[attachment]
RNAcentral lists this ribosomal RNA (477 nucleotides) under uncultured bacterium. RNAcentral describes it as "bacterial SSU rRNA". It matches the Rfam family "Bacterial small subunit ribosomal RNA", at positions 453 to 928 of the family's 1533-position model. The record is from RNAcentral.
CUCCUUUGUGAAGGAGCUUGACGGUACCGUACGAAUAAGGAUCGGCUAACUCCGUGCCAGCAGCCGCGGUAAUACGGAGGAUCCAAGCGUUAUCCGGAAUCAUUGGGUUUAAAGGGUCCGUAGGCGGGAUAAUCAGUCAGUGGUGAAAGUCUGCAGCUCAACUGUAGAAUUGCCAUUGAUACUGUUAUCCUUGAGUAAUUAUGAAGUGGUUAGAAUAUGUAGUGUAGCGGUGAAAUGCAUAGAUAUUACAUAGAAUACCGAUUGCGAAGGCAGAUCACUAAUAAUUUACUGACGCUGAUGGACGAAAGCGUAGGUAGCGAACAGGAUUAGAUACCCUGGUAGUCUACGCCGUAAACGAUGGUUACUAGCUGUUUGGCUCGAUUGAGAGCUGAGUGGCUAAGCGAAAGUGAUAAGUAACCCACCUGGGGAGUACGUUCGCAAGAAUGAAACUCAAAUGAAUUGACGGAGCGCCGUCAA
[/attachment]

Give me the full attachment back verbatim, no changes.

RNAcentral lists this ribosomal RNA (477 nucleotides) under uncultured bacterium. RNAcentral describes it as "bacterial SSU rRNA". It matches the Rfam family "Bacterial small subunit ribosomal RNA", at positions 453 to 928 of the family's 1533-position model. The record is from RNAcentral.
CUCCUUUGUGAAGGAGCUUGACGGUACCGUACGAAUAAGGAUCGGCUAACUCCGUGCCAGCAGCCGCGGUAAUACGGAGGAUCCAAGCGUUAUCCGGAAUCAUUGGGUUUAAAGGGUCCGUAGGCGGGAUAAUCAGUCAGUGGUGAAAGUCUGCAGCUCAACUGUAGAAUUGCCAUUGAUACUGUUAUCCUUGAGUAAUUAUGAAGUGGUUAGAAUAUGUAGUGUAGCGGUGAAAUGCAUAGAUAUUACAUAGAAUACCGAUUGCGAAGGCAGAUCACUAAUAAUUUACUGACGCUGAUGGACGAAAGCGUAGGUAGCGAACAGGAUUAGAUACCCUGGUAGUCUACGCCGUAAACGAUGGUUACUAGCUGUUUGGCUCGAUUGAGAGCUGAGUGGCUAAGCGAAAGUGAUAAGUAACCCACCUGGGGAGUACGUUCGCAAGAAUGAAACUCAAAUGAAUUGACGGAGCGCCGUCAA